4. Max out retirement. Peanut and I have been trying really hard to max out Roth IRAs for  both of us each year, even though I'm not working, to minimize the long-term effect my unemployment will have for our family. This means making some sacrifices and doing some planning, and I am committed to doing it for 2015 again.

5. Bring in some side income. I contribute to our family in lots of ways, but I like to bring in some cash, too - especially for "extras" like trips. Last year I did some freelancing, which might not be possible this year, but I'll be on the lookout for survey and focus group opportunities, chances to sell baby items, and other ways to bring home some bacon.




Sunday, January 4, 2015

2014 New Year's Resolutions Recap

2014 was such a quiet year for me compared to 2013 and 2012. I would say that it's one of my very favorite years to date - I hope that 2015 is as lovely!

1. Transition Pickle to a fully homemade diet. Success! Medical protocol for tube-fed people is generally commercial formula, and we weren't having a lot of luck with that. A homemade blended diet is becoming more popular, and we successfully transitioned to that in January of 2014. The difference it made was immense - Pickle's multiple-times-a-day vomiting stopped entirely, her weight gain picked up, her color looks great, her hair started growing in, and her bloodwork improved. It's a little more work, and a little more expensive, but totally worth it!

2. Be here now. Success! One weird thing about pregnancy is that as much as it is about looking forward to the birth of the child, it really does keep you in the moment as well. Whether you're thinking about what is happening with the fetus or with your changing body, pregnancy is kind of a day-by-day experience. In addition, expecting a second child made me appreciate the small moments with Pickle more than ever - I knew that my time to rock her all the way to sleep for naps would be limited, and I took advantage of every moment to snuggle her. 

3. Contribute to retirement savings again. A planned success. We maxed out two Roth IRAs for 2013, despite being on one income, and we are set to do so again for 2014. We have until the tax filing deadline of April 15 to do it, but we're on track.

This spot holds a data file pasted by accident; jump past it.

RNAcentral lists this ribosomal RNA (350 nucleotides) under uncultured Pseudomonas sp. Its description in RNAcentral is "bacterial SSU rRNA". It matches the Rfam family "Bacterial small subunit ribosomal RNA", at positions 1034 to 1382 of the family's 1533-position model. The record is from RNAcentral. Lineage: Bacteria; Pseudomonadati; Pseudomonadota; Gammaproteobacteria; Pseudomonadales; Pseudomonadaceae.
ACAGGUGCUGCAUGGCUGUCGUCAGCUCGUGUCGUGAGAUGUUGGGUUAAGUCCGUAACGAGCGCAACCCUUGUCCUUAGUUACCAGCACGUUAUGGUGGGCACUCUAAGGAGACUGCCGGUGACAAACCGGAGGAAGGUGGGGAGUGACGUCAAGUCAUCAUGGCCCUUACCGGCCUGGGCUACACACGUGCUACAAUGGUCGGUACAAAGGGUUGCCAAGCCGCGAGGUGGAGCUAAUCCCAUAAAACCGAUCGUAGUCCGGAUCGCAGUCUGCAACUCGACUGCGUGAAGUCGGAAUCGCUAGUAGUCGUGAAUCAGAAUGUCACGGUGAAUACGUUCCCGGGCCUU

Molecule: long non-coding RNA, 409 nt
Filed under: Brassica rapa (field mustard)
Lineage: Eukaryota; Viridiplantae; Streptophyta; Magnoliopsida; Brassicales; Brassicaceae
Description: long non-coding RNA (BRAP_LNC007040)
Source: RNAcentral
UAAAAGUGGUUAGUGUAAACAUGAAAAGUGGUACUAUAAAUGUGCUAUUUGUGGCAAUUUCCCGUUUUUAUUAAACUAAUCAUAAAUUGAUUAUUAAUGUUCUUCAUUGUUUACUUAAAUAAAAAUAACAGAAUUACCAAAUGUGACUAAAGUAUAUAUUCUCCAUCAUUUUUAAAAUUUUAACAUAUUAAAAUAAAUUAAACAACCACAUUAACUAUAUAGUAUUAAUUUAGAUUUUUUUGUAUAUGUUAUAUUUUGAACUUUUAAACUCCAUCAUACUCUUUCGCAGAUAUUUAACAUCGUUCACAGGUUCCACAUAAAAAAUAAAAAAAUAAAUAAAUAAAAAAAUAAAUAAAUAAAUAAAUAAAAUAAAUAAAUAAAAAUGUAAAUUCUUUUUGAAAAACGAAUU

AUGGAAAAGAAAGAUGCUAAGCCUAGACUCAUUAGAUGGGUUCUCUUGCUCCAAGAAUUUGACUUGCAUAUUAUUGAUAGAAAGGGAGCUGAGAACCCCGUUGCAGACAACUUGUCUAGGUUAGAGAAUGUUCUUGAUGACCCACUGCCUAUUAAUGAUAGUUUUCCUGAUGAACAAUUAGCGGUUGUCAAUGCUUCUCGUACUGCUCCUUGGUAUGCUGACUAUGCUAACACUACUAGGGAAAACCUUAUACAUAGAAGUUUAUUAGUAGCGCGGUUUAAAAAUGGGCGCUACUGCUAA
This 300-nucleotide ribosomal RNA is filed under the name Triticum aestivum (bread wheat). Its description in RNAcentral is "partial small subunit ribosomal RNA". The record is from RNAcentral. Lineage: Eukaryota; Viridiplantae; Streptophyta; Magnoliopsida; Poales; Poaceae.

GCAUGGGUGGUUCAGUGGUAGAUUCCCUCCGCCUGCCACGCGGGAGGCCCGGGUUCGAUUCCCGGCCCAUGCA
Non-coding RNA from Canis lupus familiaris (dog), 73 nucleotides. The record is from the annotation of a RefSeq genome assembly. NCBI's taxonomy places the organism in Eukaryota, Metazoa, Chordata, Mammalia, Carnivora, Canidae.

4. Give back. Success! I joined a family volunteer organization at the hospital where Pickle spent the first four and a half months of her life, and I organized a meal at the Ronald McDonald House where we ate daily for that time. My involvement in both is rather limited with the new baby, but I plan to stay involved. 

How did you do with your 2014 resolutions?

Monday, December 15, 2014

My radio silence has a name...

And it is Baby Bear. Born healthy, full term and with a head full of dark hair. Peanut and I are of course over the moon, although Pickle was skeptical at first.

We are settling in as a family of four. Hopefully I will be back to budgeting soon!

Monday, November 10, 2014

October Spending


business ($25.58)
car jeep ($61.47)
car mazda ($784.11)
Cell phones ($100.00)
charity ($10.00)
clothing ($99.99)
electric ($99.89)
Entertainment ($178.49)
food - groceries ($402.80)
food - other ($243.61)
gas ($30.22)
gifts ($52.08)
Helicopter/Robot ($10.67)
house ($1,401.71)
household ($18.78)
internet ($75.57)
medical ($17.00)
Water & Trash ($70.00)


Things of Note: 
We're sort of keeping up our trend of spending less in most categories, although we had some big expenses this month, too. We replaced the tires on our Mazda (sorely needed, and just in time for winter!) and I entertained myself quite a bit in October - I went to a musical and got a great Groupon deal for prenatal massage. We also saw some increases in household expenses due to the projects we've been finishing up. 

We sure are being average with our food spending though - we were only off by $2 month to month!

Let's not talk about what the stock market is doing to our retirement accounts, though, eh? At least we were able to put some money into savings this month, on top of our expenses!

October Recap/November Goals

October Goals
1. Take a look at retirement savings.  Success - we've figured out a plan to try to max out our Roths for this year, despite being on a single income.